The past few years my focus as a cook has shifted, settled. I’m most interested in recipes that are viable for everyday home cooks with full lives—that’s the sort of recipe my cookbook will be full of. Sure, it’s fun to turn out something that takes all the pots in your kitchen and a week to prepare every now and again (or is it?), but as a working woman and now a working mother, the reality of how few hours there are in a day is one I’m intimately acquainted with. This dessert is the best of all the worlds: few ingredients, 10 minute prep, and shockingly wonderful. It’s just pure magic, and it’s definitely going to be a fixture on the tables at our retreats and in my home until I make everyone sick of it because I haven’t stopped craving them since I made them.
Simply put, this is one of the best desserts I’ve made in a long time. And it’s by far one of the most simple. It’s rich, impossibly creamy, and complex—an addictive show stopper that seems like it took way more effort than it does. If you can stir a pot and turn a blender on, you can make this.
Technically, I don’t think this really qualifies as pot de creme. You see similar methods billed as “blender pot de creme” or “quick and easy pot de creme”—and it is all of those things. These involve no baking in a water bath, and as I said, they can be made in about 10 minutes. They have to firm up in the fridge for a few hours (two, ideally three), but that’s it. And they can certainly be made the day before.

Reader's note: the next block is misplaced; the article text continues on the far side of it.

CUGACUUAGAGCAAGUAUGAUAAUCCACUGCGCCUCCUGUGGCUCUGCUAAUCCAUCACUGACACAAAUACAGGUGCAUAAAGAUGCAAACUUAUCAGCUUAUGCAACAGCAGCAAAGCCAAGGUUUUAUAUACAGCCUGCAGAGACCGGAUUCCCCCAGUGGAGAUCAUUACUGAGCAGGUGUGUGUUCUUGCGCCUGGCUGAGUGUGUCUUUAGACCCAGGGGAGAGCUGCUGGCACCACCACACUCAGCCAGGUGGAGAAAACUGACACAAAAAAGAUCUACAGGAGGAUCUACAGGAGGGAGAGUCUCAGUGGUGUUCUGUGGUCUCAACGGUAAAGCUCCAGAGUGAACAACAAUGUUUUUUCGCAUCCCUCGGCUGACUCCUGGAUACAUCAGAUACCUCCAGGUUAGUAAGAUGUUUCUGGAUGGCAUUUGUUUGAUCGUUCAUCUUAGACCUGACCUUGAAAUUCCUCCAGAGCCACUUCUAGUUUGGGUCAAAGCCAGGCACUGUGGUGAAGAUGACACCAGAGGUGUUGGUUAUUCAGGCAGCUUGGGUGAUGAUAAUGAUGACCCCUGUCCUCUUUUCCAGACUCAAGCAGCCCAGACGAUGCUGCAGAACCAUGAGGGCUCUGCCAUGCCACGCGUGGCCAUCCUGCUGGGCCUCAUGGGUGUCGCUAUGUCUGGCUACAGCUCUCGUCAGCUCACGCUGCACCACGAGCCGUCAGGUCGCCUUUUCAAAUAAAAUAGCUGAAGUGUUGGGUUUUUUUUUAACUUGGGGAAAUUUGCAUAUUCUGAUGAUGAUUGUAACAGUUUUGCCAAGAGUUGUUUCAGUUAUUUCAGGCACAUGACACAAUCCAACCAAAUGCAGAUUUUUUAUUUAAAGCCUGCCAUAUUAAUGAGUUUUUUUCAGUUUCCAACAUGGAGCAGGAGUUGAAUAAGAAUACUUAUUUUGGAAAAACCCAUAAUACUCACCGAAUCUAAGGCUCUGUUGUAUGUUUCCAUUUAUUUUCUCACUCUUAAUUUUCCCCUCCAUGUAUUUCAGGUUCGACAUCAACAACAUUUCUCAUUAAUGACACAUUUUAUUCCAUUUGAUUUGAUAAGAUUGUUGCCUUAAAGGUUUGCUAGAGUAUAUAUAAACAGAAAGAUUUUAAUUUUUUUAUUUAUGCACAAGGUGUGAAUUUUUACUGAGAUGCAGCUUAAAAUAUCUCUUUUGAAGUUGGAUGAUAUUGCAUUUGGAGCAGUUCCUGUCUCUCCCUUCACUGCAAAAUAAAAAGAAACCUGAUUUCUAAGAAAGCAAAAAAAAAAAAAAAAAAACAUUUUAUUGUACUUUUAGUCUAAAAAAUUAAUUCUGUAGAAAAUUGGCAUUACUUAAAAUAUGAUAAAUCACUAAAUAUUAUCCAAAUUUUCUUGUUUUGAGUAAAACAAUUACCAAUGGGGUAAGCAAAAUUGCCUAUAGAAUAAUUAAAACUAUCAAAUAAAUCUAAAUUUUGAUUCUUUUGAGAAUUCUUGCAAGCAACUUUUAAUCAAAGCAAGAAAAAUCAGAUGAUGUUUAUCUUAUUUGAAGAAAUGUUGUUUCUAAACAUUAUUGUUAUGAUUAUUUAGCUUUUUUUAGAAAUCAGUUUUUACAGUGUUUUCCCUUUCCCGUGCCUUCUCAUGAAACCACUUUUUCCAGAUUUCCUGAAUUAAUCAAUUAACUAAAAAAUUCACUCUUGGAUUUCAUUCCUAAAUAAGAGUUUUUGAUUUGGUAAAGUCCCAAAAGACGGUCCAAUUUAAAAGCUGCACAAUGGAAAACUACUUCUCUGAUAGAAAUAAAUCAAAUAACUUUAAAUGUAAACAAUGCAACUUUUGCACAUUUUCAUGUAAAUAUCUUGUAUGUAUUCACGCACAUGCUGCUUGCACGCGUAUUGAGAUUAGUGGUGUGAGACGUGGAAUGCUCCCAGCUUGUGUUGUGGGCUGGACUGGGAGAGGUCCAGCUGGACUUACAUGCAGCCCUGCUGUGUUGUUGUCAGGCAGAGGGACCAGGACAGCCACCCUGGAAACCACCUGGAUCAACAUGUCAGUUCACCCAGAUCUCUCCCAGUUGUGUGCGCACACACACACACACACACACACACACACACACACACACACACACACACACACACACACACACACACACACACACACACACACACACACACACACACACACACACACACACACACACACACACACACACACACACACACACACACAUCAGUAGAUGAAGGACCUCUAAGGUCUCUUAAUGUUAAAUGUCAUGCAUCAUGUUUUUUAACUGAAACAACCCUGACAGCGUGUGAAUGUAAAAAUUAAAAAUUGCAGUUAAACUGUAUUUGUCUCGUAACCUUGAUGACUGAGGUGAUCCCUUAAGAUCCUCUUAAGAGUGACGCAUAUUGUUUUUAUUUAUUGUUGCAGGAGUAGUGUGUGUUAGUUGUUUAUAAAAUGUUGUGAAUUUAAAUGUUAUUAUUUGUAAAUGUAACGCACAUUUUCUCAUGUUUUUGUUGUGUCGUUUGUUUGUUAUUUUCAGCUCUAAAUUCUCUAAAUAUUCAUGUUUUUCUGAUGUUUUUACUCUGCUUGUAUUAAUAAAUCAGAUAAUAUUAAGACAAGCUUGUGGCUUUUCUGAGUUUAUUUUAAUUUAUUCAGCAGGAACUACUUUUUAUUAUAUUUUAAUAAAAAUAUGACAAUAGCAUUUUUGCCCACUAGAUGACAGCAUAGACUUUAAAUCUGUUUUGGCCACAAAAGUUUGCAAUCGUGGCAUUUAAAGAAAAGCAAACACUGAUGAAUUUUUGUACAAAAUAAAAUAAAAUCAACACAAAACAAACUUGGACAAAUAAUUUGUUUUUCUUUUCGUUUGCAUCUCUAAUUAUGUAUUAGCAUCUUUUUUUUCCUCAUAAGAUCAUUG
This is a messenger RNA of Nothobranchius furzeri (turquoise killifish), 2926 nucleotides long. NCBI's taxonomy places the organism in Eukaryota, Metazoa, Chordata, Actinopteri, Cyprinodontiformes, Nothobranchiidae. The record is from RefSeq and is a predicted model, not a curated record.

Really, this is more of a chocolate sabayon than a pot de creme. Or you could just call it chocolate pudding. It reminds me of a refined version of the homemade chocolate pudding my grandmother always had in her fridge—that and slices of shaved ham from the deli were the most coveted snacks in her house when I was a kid.
Making it with a mixture of smooth melting Lindt LINDOR milk chocolate truffles and the refined Lindt EXCELLENCE 85% cocoa bar takes them over the top—so rich and smooth. The addition of sherry, a bit of black pepper, and sea salt gives them sophistication and complexity without overdoing it with the flavor combinations. You don’t have to put the pepper in, but I think it gives them an element of the delightfully unexpected. This would also be great made with Madeira or a port. But I love the sherry. Especially something on the complex and nutty side of things, like an Oloroso. It would be beautiful with a dry sherry or a sweet sherry, whatever your preference. You could also combine LINDOR white chocolate truffles with Lindt CLASSIC RECIPE white chocolate and use a moscato and pink pepper. The possibilities are endless, and don’t be afraid to play with flavor combinations. This basic ratio & method will yield an amazing texture whatever flavors you choose. But if you aren’t the sort that likes to experiment in the kitchen, trust me on this combo. It’s a winner.
A thank you to our partner Lindt for sponsoring this recipe. As per usual all opinions are my own!
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10 March 2017 | 7:11 pm:the date when the feed item published
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